Findings and narrow scope of interpretation also conveys a need to integrate methodological traditions that investigate the intricacies of complex variables found in social identity theory (Tajfel & Turner, 1979), the scope of moral imagination (Werhane, 1999) in matching personal values with values of various candidates, and the spectrum of resolving cognitive dissonance (Festinger, 1957) in making voting decisions. Perhaps most importantly is to explore the sophistication of thinking and decision making of respondents. Qualitative approaches may open opportunities to investigate critical thinking and reasoning and the process of reflection and cognitive deliberation found in late adolescence and early adulthood years of identity formation. Designing studies to anticipate greater intellectual complexity of young voters may reveal nuances about a generational cohort that continues to shape its intelligent participation in the political process.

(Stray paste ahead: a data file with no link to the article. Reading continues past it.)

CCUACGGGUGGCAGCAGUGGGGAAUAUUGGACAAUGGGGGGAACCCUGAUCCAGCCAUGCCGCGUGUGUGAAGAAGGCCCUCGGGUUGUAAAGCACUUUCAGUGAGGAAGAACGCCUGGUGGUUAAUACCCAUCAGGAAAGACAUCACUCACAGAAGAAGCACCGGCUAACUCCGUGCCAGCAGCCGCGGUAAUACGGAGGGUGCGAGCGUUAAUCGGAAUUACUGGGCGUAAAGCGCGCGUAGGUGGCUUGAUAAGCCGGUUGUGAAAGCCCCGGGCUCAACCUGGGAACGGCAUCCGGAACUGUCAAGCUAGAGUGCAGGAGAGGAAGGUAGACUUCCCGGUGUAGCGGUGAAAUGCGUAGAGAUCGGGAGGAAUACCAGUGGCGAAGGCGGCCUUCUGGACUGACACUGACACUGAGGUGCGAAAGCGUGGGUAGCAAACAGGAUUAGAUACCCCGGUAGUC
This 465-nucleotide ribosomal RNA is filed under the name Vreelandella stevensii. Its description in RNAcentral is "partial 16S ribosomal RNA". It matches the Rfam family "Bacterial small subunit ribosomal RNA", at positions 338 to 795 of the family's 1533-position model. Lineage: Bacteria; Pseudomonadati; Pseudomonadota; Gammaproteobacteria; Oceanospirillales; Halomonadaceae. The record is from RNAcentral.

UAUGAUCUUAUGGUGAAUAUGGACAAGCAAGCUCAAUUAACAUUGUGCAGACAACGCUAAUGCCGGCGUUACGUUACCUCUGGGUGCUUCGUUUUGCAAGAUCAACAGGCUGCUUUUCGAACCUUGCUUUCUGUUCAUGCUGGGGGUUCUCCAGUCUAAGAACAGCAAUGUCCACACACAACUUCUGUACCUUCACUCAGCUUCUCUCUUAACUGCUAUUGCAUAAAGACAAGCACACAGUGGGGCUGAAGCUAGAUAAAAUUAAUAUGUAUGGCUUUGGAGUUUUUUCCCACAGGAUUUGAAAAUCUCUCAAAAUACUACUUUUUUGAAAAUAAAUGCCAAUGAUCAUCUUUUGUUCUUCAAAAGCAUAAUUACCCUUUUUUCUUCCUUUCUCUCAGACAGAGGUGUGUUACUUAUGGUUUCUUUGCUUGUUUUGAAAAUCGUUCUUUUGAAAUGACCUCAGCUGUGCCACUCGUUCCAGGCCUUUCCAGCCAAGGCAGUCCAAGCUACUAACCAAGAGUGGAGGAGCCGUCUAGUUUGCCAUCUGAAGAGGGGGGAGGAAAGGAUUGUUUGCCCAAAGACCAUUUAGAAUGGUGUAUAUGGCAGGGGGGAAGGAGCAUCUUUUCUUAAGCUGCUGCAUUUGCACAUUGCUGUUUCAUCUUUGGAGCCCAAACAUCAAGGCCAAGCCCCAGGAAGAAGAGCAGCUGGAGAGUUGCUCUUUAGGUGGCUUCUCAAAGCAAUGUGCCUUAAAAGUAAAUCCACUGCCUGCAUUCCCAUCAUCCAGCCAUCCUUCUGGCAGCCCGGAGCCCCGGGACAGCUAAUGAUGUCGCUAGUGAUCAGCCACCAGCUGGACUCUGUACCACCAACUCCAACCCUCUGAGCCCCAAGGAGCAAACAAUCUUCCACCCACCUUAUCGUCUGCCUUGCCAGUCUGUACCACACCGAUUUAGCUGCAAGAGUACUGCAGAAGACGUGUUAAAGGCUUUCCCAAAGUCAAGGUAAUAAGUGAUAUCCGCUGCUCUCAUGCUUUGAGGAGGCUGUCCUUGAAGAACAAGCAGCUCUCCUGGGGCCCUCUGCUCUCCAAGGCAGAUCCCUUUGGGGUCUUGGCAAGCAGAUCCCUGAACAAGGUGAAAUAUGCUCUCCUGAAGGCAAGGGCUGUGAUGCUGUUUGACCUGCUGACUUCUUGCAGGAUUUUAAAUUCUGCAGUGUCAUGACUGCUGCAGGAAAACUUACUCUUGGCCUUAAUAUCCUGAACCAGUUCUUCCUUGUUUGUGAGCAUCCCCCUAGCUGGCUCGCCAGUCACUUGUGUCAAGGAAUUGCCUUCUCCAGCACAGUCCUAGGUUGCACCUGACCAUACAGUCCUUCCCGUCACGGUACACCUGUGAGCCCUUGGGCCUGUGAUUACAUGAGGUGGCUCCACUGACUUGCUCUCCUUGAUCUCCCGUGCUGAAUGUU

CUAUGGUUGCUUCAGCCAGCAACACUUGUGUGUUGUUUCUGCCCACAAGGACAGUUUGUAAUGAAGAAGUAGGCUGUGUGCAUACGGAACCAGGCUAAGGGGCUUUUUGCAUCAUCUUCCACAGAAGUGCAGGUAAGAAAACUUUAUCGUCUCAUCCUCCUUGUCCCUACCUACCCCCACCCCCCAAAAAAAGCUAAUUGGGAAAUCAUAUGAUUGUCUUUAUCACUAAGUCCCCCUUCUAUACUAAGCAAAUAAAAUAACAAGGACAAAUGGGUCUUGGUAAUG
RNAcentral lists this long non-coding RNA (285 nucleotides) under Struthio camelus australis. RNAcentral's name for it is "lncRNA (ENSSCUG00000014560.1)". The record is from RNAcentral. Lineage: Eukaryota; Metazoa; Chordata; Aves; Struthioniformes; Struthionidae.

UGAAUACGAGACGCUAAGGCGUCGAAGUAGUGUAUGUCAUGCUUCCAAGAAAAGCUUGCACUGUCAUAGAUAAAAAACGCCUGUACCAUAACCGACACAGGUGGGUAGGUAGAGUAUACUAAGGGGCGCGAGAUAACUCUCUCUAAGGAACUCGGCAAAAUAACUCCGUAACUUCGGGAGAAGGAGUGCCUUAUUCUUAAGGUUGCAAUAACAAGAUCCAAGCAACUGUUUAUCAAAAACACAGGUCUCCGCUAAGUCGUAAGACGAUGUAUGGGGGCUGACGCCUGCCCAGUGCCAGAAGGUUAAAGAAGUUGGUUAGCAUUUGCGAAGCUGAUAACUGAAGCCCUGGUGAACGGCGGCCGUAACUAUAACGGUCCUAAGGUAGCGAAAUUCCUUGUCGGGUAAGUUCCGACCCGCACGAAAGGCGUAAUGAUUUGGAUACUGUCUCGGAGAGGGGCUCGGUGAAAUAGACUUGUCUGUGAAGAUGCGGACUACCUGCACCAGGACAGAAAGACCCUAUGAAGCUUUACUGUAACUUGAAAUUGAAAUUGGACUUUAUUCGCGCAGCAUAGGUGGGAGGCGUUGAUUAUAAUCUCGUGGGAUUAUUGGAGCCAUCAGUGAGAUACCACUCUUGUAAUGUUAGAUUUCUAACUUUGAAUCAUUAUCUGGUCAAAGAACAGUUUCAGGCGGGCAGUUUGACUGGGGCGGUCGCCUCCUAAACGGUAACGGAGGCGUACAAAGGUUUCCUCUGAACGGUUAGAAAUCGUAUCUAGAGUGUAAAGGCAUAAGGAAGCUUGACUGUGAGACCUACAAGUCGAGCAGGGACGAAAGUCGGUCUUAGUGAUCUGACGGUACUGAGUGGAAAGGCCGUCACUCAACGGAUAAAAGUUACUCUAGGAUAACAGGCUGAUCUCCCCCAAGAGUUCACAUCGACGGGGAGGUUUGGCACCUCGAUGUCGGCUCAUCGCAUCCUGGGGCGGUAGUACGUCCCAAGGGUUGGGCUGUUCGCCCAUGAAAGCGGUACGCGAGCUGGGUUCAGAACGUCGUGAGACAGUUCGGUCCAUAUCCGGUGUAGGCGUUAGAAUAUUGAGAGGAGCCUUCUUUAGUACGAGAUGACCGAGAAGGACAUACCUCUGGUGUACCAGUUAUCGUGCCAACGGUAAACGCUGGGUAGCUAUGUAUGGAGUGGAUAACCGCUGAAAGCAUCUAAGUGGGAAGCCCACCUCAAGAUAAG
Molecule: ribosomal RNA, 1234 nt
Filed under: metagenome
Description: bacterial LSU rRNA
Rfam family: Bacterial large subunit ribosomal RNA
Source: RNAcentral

The current study was an extension of the Pillai and Williams (1998) study that first investigated the role of transformational leadership on voting behavior and it was also additional confirmation on the Popa et al., (2011) study that further underlined party affiliation to be a strong determinant in voter choices and a bias in assessment or perception of a leader’s abilities and attributes. It is interesting to note that even among biased or partisan assessment of presidential leadership, there was differentiation among female and male young voters based on contextual factors, value congruency, and the perceived charismatic bond with the candidate. Future research needs to mobilize on the cognitive structures that inform and shape impressions and the narratives that young voters construct about presidential candidates. Survey research will continue to add to broader and more heterogeneous representations while qualitative traditions will expose the intricacies of how young voting decisions are constructed and to understanding scripts that contribute to a more sophisticated understanding of intelligent political participation. The overarching contributions of this study was to expand the knowledge base of pioneering studies in the field of political leadership and continue to expose new possibilities of understanding the complexities of political identity formation in young voters.